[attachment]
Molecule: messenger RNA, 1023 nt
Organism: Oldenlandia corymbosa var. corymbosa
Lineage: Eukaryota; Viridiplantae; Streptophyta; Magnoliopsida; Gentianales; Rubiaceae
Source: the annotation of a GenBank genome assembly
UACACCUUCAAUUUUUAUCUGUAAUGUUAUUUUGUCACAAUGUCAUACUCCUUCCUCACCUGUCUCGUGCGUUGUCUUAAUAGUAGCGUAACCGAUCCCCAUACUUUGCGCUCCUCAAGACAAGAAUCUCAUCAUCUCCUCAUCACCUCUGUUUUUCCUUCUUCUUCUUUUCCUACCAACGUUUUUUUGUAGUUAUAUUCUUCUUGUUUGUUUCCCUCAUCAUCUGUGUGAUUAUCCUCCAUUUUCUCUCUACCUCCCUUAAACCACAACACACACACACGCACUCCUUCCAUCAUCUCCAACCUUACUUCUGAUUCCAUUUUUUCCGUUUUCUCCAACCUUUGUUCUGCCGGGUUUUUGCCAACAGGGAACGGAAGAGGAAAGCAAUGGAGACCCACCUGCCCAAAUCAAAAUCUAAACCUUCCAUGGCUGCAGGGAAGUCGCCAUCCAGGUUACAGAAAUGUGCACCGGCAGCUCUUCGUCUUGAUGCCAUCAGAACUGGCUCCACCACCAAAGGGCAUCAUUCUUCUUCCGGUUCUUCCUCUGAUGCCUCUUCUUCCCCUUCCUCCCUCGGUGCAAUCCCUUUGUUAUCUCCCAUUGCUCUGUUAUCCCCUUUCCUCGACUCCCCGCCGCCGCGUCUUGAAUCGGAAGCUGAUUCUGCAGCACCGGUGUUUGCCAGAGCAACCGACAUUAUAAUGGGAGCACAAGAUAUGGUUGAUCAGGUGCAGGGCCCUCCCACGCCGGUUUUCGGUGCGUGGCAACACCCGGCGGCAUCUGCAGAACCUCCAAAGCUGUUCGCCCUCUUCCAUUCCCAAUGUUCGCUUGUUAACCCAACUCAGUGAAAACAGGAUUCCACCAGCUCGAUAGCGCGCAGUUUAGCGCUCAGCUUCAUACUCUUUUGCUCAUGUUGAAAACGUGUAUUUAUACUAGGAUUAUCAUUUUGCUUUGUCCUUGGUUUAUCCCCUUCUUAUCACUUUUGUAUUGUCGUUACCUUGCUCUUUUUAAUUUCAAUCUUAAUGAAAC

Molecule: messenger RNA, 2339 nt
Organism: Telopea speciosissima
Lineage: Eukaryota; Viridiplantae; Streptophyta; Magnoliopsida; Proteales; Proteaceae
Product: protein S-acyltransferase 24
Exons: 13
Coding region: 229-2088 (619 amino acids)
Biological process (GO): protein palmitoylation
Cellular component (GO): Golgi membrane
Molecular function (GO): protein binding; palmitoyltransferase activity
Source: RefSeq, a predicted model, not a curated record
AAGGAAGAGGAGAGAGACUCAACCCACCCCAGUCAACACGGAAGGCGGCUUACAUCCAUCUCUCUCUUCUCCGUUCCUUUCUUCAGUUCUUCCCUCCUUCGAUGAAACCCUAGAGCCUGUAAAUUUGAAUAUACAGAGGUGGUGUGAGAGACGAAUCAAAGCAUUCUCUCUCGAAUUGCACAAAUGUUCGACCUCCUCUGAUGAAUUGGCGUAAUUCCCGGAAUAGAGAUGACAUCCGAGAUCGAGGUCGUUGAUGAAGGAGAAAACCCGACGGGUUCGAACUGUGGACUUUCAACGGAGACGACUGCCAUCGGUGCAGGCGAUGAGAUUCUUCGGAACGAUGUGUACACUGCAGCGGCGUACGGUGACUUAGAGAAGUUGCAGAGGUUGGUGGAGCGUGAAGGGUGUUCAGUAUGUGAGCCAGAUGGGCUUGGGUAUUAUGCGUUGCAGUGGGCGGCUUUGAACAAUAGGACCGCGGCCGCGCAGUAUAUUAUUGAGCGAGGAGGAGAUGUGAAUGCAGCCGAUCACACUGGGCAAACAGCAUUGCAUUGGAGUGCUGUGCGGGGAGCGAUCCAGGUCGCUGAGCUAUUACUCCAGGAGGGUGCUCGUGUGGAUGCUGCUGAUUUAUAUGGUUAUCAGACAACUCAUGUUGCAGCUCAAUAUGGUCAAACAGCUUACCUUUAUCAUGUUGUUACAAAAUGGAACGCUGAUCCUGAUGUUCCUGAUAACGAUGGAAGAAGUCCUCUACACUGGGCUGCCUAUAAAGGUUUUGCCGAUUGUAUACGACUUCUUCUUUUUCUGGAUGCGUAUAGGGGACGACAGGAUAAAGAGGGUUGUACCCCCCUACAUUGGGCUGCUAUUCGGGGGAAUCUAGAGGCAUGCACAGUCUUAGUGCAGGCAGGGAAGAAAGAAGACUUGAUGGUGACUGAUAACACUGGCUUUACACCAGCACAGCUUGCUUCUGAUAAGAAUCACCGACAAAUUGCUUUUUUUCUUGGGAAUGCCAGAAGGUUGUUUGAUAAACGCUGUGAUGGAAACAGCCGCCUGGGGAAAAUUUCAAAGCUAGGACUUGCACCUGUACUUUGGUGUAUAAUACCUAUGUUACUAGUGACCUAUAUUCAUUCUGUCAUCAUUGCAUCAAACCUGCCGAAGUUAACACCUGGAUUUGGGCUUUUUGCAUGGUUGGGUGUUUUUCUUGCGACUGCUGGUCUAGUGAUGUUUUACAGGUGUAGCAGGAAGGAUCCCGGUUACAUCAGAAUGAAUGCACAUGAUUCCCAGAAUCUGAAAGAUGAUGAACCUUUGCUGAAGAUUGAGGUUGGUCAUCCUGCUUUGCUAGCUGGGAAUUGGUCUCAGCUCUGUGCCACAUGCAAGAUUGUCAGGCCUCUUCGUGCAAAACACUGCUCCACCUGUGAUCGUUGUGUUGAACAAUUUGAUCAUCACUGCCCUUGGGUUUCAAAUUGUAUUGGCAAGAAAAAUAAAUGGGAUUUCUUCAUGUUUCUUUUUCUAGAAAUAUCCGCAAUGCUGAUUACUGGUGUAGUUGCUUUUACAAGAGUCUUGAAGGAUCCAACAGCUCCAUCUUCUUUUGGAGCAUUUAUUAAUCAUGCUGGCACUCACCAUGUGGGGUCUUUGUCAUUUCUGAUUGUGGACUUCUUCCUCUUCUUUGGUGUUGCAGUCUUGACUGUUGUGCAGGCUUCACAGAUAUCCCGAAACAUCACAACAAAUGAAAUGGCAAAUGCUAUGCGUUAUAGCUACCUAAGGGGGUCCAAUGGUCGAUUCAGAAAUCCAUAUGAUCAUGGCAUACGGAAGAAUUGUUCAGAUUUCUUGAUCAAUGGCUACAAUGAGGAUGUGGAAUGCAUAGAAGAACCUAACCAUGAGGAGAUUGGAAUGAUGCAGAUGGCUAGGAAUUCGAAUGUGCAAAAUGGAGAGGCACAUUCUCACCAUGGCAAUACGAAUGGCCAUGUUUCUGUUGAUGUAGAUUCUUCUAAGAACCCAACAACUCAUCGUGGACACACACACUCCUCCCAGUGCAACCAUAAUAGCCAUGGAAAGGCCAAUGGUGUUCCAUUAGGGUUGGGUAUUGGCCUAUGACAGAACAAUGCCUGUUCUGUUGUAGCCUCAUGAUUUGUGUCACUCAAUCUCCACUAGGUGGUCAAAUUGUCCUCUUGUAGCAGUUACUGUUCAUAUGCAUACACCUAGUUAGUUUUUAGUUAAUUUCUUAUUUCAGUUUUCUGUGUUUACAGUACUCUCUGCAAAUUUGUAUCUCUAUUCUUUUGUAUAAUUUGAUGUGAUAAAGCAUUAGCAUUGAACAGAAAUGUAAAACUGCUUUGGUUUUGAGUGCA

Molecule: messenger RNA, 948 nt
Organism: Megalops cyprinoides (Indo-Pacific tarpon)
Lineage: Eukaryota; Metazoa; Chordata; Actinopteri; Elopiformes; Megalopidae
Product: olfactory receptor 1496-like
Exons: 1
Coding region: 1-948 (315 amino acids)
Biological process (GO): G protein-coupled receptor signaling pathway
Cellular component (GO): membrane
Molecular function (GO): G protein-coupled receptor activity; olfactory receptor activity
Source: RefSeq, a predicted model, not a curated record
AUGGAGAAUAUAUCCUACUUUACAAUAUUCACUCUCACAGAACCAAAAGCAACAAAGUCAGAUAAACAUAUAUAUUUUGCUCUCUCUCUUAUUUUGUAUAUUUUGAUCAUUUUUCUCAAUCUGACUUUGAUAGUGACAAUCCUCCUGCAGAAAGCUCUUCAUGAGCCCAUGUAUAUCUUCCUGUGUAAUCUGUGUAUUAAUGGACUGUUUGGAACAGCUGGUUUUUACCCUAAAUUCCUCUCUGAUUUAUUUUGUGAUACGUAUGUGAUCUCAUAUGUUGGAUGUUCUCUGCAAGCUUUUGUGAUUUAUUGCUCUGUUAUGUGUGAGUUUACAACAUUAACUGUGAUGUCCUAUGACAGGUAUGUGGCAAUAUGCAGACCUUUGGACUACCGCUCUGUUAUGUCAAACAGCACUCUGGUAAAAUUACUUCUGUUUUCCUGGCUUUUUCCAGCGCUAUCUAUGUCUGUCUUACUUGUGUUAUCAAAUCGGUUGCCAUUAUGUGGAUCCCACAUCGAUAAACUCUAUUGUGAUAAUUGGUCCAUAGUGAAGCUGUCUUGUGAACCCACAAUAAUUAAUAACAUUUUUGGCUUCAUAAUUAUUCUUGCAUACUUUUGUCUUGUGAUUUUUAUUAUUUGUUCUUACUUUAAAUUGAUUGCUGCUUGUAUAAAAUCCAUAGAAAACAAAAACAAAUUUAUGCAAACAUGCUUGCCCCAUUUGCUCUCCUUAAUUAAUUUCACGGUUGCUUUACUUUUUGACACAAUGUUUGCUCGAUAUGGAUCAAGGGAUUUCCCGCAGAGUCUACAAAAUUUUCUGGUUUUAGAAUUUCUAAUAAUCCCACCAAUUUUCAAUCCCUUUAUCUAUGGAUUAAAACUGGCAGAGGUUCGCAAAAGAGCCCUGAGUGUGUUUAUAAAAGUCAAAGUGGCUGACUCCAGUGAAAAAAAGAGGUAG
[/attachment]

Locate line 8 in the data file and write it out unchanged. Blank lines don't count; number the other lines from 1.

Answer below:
Lineage: Eukaryota; Viridiplantae; Streptophyta; Magnoliopsida; Proteales; Proteaceae